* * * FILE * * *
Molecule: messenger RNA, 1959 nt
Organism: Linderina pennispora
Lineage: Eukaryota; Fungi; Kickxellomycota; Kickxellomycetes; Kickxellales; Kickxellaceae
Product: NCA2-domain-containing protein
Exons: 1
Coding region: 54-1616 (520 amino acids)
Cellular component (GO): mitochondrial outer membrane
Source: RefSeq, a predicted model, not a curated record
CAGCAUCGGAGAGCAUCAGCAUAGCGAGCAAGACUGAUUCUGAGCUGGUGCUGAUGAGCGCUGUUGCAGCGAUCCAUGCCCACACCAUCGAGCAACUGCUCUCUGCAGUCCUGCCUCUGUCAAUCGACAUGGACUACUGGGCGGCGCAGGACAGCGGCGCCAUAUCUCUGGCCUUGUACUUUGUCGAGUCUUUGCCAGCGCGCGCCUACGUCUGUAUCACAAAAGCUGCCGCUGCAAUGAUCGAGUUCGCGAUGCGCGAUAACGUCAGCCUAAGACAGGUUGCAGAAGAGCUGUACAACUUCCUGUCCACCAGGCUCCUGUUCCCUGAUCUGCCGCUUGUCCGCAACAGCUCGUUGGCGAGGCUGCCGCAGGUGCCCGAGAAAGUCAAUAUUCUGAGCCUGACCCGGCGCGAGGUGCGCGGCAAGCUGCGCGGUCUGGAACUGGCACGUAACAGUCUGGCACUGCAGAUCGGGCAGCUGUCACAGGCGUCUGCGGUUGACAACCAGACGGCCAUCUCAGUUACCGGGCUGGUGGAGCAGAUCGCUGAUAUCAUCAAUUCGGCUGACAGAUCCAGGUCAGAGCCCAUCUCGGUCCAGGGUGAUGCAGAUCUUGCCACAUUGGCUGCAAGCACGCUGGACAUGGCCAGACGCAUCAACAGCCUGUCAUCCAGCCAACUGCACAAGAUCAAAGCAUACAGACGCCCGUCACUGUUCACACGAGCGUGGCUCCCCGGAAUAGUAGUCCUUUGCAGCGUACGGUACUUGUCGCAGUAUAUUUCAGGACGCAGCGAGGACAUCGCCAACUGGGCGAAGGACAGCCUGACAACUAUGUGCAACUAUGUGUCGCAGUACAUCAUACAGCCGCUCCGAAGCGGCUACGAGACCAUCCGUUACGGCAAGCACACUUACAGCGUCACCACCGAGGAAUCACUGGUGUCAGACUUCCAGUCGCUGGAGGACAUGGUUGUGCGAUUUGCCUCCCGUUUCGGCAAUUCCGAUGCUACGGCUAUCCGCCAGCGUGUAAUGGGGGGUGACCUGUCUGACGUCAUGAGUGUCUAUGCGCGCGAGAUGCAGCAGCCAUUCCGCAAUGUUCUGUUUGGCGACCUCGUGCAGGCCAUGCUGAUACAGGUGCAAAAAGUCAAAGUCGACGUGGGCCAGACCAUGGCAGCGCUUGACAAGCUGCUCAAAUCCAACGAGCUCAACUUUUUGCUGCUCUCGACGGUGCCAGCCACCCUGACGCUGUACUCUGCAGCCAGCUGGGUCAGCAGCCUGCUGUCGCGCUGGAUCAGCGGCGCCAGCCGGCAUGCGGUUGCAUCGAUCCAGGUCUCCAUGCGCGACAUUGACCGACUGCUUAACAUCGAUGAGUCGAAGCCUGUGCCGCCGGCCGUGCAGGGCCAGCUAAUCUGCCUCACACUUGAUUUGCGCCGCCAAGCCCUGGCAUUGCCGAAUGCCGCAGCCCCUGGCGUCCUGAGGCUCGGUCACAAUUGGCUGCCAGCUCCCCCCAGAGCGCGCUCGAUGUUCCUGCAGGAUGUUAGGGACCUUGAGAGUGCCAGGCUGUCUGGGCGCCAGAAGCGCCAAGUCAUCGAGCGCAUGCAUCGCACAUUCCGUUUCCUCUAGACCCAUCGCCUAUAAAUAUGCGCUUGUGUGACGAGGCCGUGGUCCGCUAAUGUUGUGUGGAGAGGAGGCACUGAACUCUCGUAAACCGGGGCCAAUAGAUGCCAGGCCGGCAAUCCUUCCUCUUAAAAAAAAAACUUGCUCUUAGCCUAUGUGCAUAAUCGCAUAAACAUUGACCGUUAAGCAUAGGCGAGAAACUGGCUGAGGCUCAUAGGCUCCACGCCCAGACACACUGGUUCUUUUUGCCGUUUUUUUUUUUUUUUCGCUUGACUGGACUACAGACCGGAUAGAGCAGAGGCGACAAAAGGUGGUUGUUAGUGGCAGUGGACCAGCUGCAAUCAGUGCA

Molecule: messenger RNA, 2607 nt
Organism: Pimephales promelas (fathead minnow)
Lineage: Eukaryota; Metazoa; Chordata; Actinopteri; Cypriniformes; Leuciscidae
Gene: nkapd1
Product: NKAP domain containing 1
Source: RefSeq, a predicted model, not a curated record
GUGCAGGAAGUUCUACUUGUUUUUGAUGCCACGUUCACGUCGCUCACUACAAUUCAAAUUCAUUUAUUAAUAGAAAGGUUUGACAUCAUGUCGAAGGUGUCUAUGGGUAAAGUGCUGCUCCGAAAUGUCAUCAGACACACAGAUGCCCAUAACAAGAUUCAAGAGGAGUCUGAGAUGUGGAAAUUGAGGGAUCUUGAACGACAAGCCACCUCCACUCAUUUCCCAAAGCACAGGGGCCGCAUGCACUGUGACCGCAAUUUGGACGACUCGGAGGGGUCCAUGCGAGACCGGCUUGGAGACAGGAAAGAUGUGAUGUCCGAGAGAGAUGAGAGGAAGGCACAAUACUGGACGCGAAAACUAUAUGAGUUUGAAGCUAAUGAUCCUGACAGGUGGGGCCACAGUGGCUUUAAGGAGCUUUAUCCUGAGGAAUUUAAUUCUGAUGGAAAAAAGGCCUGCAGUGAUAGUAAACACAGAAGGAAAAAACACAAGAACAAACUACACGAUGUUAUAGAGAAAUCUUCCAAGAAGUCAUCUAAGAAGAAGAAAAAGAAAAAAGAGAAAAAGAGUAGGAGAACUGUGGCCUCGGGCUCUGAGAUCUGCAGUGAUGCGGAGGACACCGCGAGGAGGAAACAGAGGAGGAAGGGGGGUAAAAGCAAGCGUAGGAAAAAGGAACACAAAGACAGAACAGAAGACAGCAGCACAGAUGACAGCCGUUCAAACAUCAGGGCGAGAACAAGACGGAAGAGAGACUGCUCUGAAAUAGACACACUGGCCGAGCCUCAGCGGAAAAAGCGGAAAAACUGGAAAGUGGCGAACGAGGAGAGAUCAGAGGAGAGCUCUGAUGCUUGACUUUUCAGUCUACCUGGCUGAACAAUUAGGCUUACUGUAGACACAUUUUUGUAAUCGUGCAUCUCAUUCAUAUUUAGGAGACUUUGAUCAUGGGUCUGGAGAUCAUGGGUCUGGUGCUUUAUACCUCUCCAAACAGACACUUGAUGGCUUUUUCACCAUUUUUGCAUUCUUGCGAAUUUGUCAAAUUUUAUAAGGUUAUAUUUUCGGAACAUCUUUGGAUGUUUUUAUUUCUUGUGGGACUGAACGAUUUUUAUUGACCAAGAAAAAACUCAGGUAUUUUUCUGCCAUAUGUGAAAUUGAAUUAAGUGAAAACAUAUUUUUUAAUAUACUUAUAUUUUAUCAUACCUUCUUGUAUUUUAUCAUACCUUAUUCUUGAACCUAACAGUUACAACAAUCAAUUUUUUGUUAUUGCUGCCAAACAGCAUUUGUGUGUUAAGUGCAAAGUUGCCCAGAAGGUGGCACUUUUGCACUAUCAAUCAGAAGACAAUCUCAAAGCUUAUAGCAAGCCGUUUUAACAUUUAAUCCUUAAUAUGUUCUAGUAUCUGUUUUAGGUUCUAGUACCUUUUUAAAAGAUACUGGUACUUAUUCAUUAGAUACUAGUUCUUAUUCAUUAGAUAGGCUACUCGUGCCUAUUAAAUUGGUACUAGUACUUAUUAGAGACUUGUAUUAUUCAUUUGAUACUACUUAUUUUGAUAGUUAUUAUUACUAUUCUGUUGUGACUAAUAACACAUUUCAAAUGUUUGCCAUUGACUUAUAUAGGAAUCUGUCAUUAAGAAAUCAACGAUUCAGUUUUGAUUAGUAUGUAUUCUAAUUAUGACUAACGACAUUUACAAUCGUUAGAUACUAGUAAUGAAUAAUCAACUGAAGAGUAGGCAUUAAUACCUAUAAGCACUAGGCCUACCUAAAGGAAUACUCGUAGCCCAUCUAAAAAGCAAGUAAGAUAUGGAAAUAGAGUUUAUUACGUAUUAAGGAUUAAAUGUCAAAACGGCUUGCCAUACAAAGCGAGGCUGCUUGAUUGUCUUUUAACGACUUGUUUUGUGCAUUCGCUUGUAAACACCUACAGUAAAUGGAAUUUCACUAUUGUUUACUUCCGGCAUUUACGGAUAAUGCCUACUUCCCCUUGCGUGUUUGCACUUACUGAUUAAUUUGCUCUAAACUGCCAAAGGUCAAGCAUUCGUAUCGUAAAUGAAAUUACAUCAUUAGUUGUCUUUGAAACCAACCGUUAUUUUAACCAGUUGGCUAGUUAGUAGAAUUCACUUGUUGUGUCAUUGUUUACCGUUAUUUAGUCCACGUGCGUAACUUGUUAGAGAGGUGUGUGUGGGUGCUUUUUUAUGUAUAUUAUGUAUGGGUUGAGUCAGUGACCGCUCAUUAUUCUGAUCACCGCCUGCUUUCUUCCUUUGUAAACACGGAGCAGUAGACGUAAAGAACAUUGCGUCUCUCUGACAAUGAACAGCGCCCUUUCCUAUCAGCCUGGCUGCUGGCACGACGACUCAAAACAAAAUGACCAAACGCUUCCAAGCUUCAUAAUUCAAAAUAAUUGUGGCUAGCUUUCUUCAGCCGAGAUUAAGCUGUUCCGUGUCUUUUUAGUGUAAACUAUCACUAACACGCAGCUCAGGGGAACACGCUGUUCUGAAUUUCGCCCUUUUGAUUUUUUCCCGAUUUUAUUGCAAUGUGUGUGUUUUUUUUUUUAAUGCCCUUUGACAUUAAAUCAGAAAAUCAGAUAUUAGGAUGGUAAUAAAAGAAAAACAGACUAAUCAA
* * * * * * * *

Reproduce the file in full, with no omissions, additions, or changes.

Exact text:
Molecule: messenger RNA, 1959 nt
Organism: Linderina pennispora
Lineage: Eukaryota; Fungi; Kickxellomycota; Kickxellomycetes; Kickxellales; Kickxellaceae
Product: NCA2-domain-containing protein
Exons: 1
Coding region: 54-1616 (520 amino acids)
Cellular component (GO): mitochondrial outer membrane
Source: RefSeq, a predicted model, not a curated record
CAGCAUCGGAGAGCAUCAGCAUAGCGAGCAAGACUGAUUCUGAGCUGGUGCUGAUGAGCGCUGUUGCAGCGAUCCAUGCCCACACCAUCGAGCAACUGCUCUCUGCAGUCCUGCCUCUGUCAAUCGACAUGGACUACUGGGCGGCGCAGGACAGCGGCGCCAUAUCUCUGGCCUUGUACUUUGUCGAGUCUUUGCCAGCGCGCGCCUACGUCUGUAUCACAAAAGCUGCCGCUGCAAUGAUCGAGUUCGCGAUGCGCGAUAACGUCAGCCUAAGACAGGUUGCAGAAGAGCUGUACAACUUCCUGUCCACCAGGCUCCUGUUCCCUGAUCUGCCGCUUGUCCGCAACAGCUCGUUGGCGAGGCUGCCGCAGGUGCCCGAGAAAGUCAAUAUUCUGAGCCUGACCCGGCGCGAGGUGCGCGGCAAGCUGCGCGGUCUGGAACUGGCACGUAACAGUCUGGCACUGCAGAUCGGGCAGCUGUCACAGGCGUCUGCGGUUGACAACCAGACGGCCAUCUCAGUUACCGGGCUGGUGGAGCAGAUCGCUGAUAUCAUCAAUUCGGCUGACAGAUCCAGGUCAGAGCCCAUCUCGGUCCAGGGUGAUGCAGAUCUUGCCACAUUGGCUGCAAGCACGCUGGACAUGGCCAGACGCAUCAACAGCCUGUCAUCCAGCCAACUGCACAAGAUCAAAGCAUACAGACGCCCGUCACUGUUCACACGAGCGUGGCUCCCCGGAAUAGUAGUCCUUUGCAGCGUACGGUACUUGUCGCAGUAUAUUUCAGGACGCAGCGAGGACAUCGCCAACUGGGCGAAGGACAGCCUGACAACUAUGUGCAACUAUGUGUCGCAGUACAUCAUACAGCCGCUCCGAAGCGGCUACGAGACCAUCCGUUACGGCAAGCACACUUACAGCGUCACCACCGAGGAAUCACUGGUGUCAGACUUCCAGUCGCUGGAGGACAUGGUUGUGCGAUUUGCCUCCCGUUUCGGCAAUUCCGAUGCUACGGCUAUCCGCCAGCGUGUAAUGGGGGGUGACCUGUCUGACGUCAUGAGUGUCUAUGCGCGCGAGAUGCAGCAGCCAUUCCGCAAUGUUCUGUUUGGCGACCUCGUGCAGGCCAUGCUGAUACAGGUGCAAAAAGUCAAAGUCGACGUGGGCCAGACCAUGGCAGCGCUUGACAAGCUGCUCAAAUCCAACGAGCUCAACUUUUUGCUGCUCUCGACGGUGCCAGCCACCCUGACGCUGUACUCUGCAGCCAGCUGGGUCAGCAGCCUGCUGUCGCGCUGGAUCAGCGGCGCCAGCCGGCAUGCGGUUGCAUCGAUCCAGGUCUCCAUGCGCGACAUUGACCGACUGCUUAACAUCGAUGAGUCGAAGCCUGUGCCGCCGGCCGUGCAGGGCCAGCUAAUCUGCCUCACACUUGAUUUGCGCCGCCAAGCCCUGGCAUUGCCGAAUGCCGCAGCCCCUGGCGUCCUGAGGCUCGGUCACAAUUGGCUGCCAGCUCCCCCCAGAGCGCGCUCGAUGUUCCUGCAGGAUGUUAGGGACCUUGAGAGUGCCAGGCUGUCUGGGCGCCAGAAGCGCCAAGUCAUCGAGCGCAUGCAUCGCACAUUCCGUUUCCUCUAGACCCAUCGCCUAUAAAUAUGCGCUUGUGUGACGAGGCCGUGGUCCGCUAAUGUUGUGUGGAGAGGAGGCACUGAACUCUCGUAAACCGGGGCCAAUAGAUGCCAGGCCGGCAAUCCUUCCUCUUAAAAAAAAAACUUGCUCUUAGCCUAUGUGCAUAAUCGCAUAAACAUUGACCGUUAAGCAUAGGCGAGAAACUGGCUGAGGCUCAUAGGCUCCACGCCCAGACACACUGGUUCUUUUUGCCGUUUUUUUUUUUUUUUCGCUUGACUGGACUACAGACCGGAUAGAGCAGAGGCGACAAAAGGUGGUUGUUAGUGGCAGUGGACCAGCUGCAAUCAGUGCA

Molecule: messenger RNA, 2607 nt
Organism: Pimephales promelas (fathead minnow)
Lineage: Eukaryota; Metazoa; Chordata; Actinopteri; Cypriniformes; Leuciscidae
Gene: nkapd1
Product: NKAP domain containing 1
Source: RefSeq, a predicted model, not a curated record
GUGCAGGAAGUUCUACUUGUUUUUGAUGCCACGUUCACGUCGCUCACUACAAUUCAAAUUCAUUUAUUAAUAGAAAGGUUUGACAUCAUGUCGAAGGUGUCUAUGGGUAAAGUGCUGCUCCGAAAUGUCAUCAGACACACAGAUGCCCAUAACAAGAUUCAAGAGGAGUCUGAGAUGUGGAAAUUGAGGGAUCUUGAACGACAAGCCACCUCCACUCAUUUCCCAAAGCACAGGGGCCGCAUGCACUGUGACCGCAAUUUGGACGACUCGGAGGGGUCCAUGCGAGACCGGCUUGGAGACAGGAAAGAUGUGAUGUCCGAGAGAGAUGAGAGGAAGGCACAAUACUGGACGCGAAAACUAUAUGAGUUUGAAGCUAAUGAUCCUGACAGGUGGGGCCACAGUGGCUUUAAGGAGCUUUAUCCUGAGGAAUUUAAUUCUGAUGGAAAAAAGGCCUGCAGUGAUAGUAAACACAGAAGGAAAAAACACAAGAACAAACUACACGAUGUUAUAGAGAAAUCUUCCAAGAAGUCAUCUAAGAAGAAGAAAAAGAAAAAAGAGAAAAAGAGUAGGAGAACUGUGGCCUCGGGCUCUGAGAUCUGCAGUGAUGCGGAGGACACCGCGAGGAGGAAACAGAGGAGGAAGGGGGGUAAAAGCAAGCGUAGGAAAAAGGAACACAAAGACAGAACAGAAGACAGCAGCACAGAUGACAGCCGUUCAAACAUCAGGGCGAGAACAAGACGGAAGAGAGACUGCUCUGAAAUAGACACACUGGCCGAGCCUCAGCGGAAAAAGCGGAAAAACUGGAAAGUGGCGAACGAGGAGAGAUCAGAGGAGAGCUCUGAUGCUUGACUUUUCAGUCUACCUGGCUGAACAAUUAGGCUUACUGUAGACACAUUUUUGUAAUCGUGCAUCUCAUUCAUAUUUAGGAGACUUUGAUCAUGGGUCUGGAGAUCAUGGGUCUGGUGCUUUAUACCUCUCCAAACAGACACUUGAUGGCUUUUUCACCAUUUUUGCAUUCUUGCGAAUUUGUCAAAUUUUAUAAGGUUAUAUUUUCGGAACAUCUUUGGAUGUUUUUAUUUCUUGUGGGACUGAACGAUUUUUAUUGACCAAGAAAAAACUCAGGUAUUUUUCUGCCAUAUGUGAAAUUGAAUUAAGUGAAAACAUAUUUUUUAAUAUACUUAUAUUUUAUCAUACCUUCUUGUAUUUUAUCAUACCUUAUUCUUGAACCUAACAGUUACAACAAUCAAUUUUUUGUUAUUGCUGCCAAACAGCAUUUGUGUGUUAAGUGCAAAGUUGCCCAGAAGGUGGCACUUUUGCACUAUCAAUCAGAAGACAAUCUCAAAGCUUAUAGCAAGCCGUUUUAACAUUUAAUCCUUAAUAUGUUCUAGUAUCUGUUUUAGGUUCUAGUACCUUUUUAAAAGAUACUGGUACUUAUUCAUUAGAUACUAGUUCUUAUUCAUUAGAUAGGCUACUCGUGCCUAUUAAAUUGGUACUAGUACUUAUUAGAGACUUGUAUUAUUCAUUUGAUACUACUUAUUUUGAUAGUUAUUAUUACUAUUCUGUUGUGACUAAUAACACAUUUCAAAUGUUUGCCAUUGACUUAUAUAGGAAUCUGUCAUUAAGAAAUCAACGAUUCAGUUUUGAUUAGUAUGUAUUCUAAUUAUGACUAACGACAUUUACAAUCGUUAGAUACUAGUAAUGAAUAAUCAACUGAAGAGUAGGCAUUAAUACCUAUAAGCACUAGGCCUACCUAAAGGAAUACUCGUAGCCCAUCUAAAAAGCAAGUAAGAUAUGGAAAUAGAGUUUAUUACGUAUUAAGGAUUAAAUGUCAAAACGGCUUGCCAUACAAAGCGAGGCUGCUUGAUUGUCUUUUAACGACUUGUUUUGUGCAUUCGCUUGUAAACACCUACAGUAAAUGGAAUUUCACUAUUGUUUACUUCCGGCAUUUACGGAUAAUGCCUACUUCCCCUUGCGUGUUUGCACUUACUGAUUAAUUUGCUCUAAACUGCCAAAGGUCAAGCAUUCGUAUCGUAAAUGAAAUUACAUCAUUAGUUGUCUUUGAAACCAACCGUUAUUUUAACCAGUUGGCUAGUUAGUAGAAUUCACUUGUUGUGUCAUUGUUUACCGUUAUUUAGUCCACGUGCGUAACUUGUUAGAGAGGUGUGUGUGGGUGCUUUUUUAUGUAUAUUAUGUAUGGGUUGAGUCAGUGACCGCUCAUUAUUCUGAUCACCGCCUGCUUUCUUCCUUUGUAAACACGGAGCAGUAGACGUAAAGAACAUUGCGUCUCUCUGACAAUGAACAGCGCCCUUUCCUAUCAGCCUGGCUGCUGGCACGACGACUCAAAACAAAAUGACCAAACGCUUCCAAGCUUCAUAAUUCAAAAUAAUUGUGGCUAGCUUUCUUCAGCCGAGAUUAAGCUGUUCCGUGUCUUUUUAGUGUAAACUAUCACUAACACGCAGCUCAGGGGAACACGCUGUUCUGAAUUUCGCCCUUUUGAUUUUUUCCCGAUUUUAUUGCAAUGUGUGUGUUUUUUUUUUUAAUGCCCUUUGACAUUAAAUCAGAAAAUCAGAUAUUAGGAUGGUAAUAAAAGAAAAACAGACUAAUCAA